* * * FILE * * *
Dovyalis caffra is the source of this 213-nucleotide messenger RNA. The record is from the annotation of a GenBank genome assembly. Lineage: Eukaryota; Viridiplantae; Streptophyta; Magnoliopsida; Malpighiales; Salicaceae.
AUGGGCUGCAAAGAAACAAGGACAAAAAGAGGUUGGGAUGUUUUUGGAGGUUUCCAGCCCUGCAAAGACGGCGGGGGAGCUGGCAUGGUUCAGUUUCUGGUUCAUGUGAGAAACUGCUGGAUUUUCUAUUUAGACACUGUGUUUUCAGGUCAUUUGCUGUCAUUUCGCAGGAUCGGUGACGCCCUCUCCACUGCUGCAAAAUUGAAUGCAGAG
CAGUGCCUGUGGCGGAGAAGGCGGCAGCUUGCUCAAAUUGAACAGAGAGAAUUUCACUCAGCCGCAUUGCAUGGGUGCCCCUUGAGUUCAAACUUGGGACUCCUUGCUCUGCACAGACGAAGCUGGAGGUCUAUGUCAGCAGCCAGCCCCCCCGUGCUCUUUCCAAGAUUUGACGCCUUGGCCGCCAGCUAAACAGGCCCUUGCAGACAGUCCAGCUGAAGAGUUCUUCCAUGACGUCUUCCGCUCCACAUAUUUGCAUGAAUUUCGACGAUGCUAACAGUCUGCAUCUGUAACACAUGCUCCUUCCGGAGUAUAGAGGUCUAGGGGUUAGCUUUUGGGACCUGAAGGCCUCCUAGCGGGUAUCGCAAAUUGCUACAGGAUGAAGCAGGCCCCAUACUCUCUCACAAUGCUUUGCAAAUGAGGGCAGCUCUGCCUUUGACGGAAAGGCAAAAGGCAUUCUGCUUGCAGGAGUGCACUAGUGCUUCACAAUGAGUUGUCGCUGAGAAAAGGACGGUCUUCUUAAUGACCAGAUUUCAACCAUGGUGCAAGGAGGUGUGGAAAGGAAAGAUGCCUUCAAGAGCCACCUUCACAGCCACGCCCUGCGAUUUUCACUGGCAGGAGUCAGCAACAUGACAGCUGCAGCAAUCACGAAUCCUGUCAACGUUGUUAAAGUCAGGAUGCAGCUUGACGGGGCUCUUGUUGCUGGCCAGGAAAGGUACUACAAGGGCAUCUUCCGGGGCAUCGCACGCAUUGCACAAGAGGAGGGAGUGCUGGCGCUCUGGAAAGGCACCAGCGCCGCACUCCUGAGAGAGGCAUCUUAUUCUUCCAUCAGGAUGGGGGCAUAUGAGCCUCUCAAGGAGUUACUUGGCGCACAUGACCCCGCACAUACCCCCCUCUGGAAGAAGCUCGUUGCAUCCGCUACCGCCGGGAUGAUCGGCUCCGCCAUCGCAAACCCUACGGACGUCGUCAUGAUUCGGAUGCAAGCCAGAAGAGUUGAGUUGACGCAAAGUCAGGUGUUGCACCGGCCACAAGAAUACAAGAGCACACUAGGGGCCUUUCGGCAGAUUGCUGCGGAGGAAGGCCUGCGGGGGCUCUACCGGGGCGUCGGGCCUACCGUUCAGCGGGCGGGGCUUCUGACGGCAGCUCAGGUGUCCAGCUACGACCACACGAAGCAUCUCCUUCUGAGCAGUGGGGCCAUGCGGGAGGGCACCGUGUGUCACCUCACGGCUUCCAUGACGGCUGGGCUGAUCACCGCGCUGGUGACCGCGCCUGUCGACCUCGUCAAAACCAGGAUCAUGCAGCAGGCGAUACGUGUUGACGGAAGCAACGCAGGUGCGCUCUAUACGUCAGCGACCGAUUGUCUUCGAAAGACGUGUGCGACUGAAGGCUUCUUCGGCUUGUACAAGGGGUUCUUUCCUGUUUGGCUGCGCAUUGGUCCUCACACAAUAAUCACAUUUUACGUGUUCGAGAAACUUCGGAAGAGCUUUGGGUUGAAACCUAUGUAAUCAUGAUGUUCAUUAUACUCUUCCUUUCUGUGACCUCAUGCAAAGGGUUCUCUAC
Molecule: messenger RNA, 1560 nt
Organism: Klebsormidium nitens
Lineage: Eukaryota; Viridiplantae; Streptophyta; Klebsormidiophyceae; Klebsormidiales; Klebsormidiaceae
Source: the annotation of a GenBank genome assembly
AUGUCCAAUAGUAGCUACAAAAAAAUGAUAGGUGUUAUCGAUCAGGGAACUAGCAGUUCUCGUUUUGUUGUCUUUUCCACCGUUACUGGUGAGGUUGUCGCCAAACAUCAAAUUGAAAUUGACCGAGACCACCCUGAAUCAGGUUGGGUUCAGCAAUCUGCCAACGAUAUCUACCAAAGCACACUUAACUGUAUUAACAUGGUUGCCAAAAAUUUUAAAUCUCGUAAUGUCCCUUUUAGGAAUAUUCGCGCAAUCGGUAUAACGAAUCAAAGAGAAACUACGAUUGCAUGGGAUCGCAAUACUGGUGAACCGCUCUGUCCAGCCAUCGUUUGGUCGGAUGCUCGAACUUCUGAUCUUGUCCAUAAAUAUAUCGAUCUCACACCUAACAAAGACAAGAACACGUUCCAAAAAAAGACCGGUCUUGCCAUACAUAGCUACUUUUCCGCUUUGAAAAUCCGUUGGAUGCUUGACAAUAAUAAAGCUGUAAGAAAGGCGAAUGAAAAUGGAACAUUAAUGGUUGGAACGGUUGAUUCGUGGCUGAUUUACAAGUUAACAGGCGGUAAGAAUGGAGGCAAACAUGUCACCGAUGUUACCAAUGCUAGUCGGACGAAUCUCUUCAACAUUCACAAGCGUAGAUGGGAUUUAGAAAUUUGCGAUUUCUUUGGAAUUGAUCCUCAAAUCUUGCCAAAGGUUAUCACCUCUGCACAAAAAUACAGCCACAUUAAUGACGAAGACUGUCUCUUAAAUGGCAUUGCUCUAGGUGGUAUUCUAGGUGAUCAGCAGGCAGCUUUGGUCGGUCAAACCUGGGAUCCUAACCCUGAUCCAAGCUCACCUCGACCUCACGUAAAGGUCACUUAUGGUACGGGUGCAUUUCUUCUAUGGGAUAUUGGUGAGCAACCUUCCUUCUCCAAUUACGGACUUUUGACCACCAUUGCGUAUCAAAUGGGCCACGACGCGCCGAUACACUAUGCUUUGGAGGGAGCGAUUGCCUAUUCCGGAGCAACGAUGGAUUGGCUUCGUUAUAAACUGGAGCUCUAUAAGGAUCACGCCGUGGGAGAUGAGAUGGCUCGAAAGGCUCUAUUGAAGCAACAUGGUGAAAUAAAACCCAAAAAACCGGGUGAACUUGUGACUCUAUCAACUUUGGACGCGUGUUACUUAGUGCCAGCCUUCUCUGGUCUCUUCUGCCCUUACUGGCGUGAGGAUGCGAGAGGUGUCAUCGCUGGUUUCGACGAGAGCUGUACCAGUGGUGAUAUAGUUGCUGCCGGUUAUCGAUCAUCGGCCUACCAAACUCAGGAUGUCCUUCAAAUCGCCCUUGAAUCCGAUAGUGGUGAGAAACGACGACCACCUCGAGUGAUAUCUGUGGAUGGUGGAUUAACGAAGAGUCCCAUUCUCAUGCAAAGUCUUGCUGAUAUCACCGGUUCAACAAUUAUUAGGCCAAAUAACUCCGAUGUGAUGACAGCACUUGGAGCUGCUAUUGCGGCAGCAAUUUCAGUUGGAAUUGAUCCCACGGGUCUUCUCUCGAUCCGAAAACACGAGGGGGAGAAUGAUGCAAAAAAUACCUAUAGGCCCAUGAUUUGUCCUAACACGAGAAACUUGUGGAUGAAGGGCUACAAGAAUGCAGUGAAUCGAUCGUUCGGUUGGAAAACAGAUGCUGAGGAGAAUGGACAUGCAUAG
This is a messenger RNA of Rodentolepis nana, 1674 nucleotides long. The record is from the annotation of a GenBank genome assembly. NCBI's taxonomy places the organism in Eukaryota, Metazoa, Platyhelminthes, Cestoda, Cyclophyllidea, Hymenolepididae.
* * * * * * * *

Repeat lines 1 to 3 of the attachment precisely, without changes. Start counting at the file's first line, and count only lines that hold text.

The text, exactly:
Dovyalis caffra is the source of this 213-nucleotide messenger RNA. The record is from the annotation of a GenBank genome assembly. Lineage: Eukaryota; Viridiplantae; Streptophyta; Magnoliopsida; Malpighiales; Salicaceae.
AUGGGCUGCAAAGAAACAAGGACAAAAAGAGGUUGGGAUGUUUUUGGAGGUUUCCAGCCCUGCAAAGACGGCGGGGGAGCUGGCAUGGUUCAGUUUCUGGUUCAUGUGAGAAACUGCUGGAUUUUCUAUUUAGACACUGUGUUUUCAGGUCAUUUGCUGUCAUUUCGCAGGAUCGGUGACGCCCUCUCCACUGCUGCAAAAUUGAAUGCAGAG
CAGUGCCUGUGGCGGAGAAGGCGGCAGCUUGCUCAAAUUGAACAGAGAGAAUUUCACUCAGCCGCAUUGCAUGGGUGCCCCUUGAGUUCAAACUUGGGACUCCUUGCUCUGCACAGACGAAGCUGGAGGUCUAUGUCAGCAGCCAGCCCCCCCGUGCUCUUUCCAAGAUUUGACGCCUUGGCCGCCAGCUAAACAGGCCCUUGCAGACAGUCCAGCUGAAGAGUUCUUCCAUGACGUCUUCCGCUCCACAUAUUUGCAUGAAUUUCGACGAUGCUAACAGUCUGCAUCUGUAACACAUGCUCCUUCCGGAGUAUAGAGGUCUAGGGGUUAGCUUUUGGGACCUGAAGGCCUCCUAGCGGGUAUCGCAAAUUGCUACAGGAUGAAGCAGGCCCCAUACUCUCUCACAAUGCUUUGCAAAUGAGGGCAGCUCUGCCUUUGACGGAAAGGCAAAAGGCAUUCUGCUUGCAGGAGUGCACUAGUGCUUCACAAUGAGUUGUCGCUGAGAAAAGGACGGUCUUCUUAAUGACCAGAUUUCAACCAUGGUGCAAGGAGGUGUGGAAAGGAAAGAUGCCUUCAAGAGCCACCUUCACAGCCACGCCCUGCGAUUUUCACUGGCAGGAGUCAGCAACAUGACAGCUGCAGCAAUCACGAAUCCUGUCAACGUUGUUAAAGUCAGGAUGCAGCUUGACGGGGCUCUUGUUGCUGGCCAGGAAAGGUACUACAAGGGCAUCUUCCGGGGCAUCGCACGCAUUGCACAAGAGGAGGGAGUGCUGGCGCUCUGGAAAGGCACCAGCGCCGCACUCCUGAGAGAGGCAUCUUAUUCUUCCAUCAGGAUGGGGGCAUAUGAGCCUCUCAAGGAGUUACUUGGCGCACAUGACCCCGCACAUACCCCCCUCUGGAAGAAGCUCGUUGCAUCCGCUACCGCCGGGAUGAUCGGCUCCGCCAUCGCAAACCCUACGGACGUCGUCAUGAUUCGGAUGCAAGCCAGAAGAGUUGAGUUGACGCAAAGUCAGGUGUUGCACCGGCCACAAGAAUACAAGAGCACACUAGGGGCCUUUCGGCAGAUUGCUGCGGAGGAAGGCCUGCGGGGGCUCUACCGGGGCGUCGGGCCUACCGUUCAGCGGGCGGGGCUUCUGACGGCAGCUCAGGUGUCCAGCUACGACCACACGAAGCAUCUCCUUCUGAGCAGUGGGGCCAUGCGGGAGGGCACCGUGUGUCACCUCACGGCUUCCAUGACGGCUGGGCUGAUCACCGCGCUGGUGACCGCGCCUGUCGACCUCGUCAAAACCAGGAUCAUGCAGCAGGCGAUACGUGUUGACGGAAGCAACGCAGGUGCGCUCUAUACGUCAGCGACCGAUUGUCUUCGAAAGACGUGUGCGACUGAAGGCUUCUUCGGCUUGUACAAGGGGUUCUUUCCUGUUUGGCUGCGCAUUGGUCCUCACACAAUAAUCACAUUUUACGUGUUCGAGAAACUUCGGAAGAGCUUUGGGUUGAAACCUAUGUAAUCAUGAUGUUCAUUAUACUCUUCCUUUCUGUGACCUCAUGCAAAGGGUUCUCUAC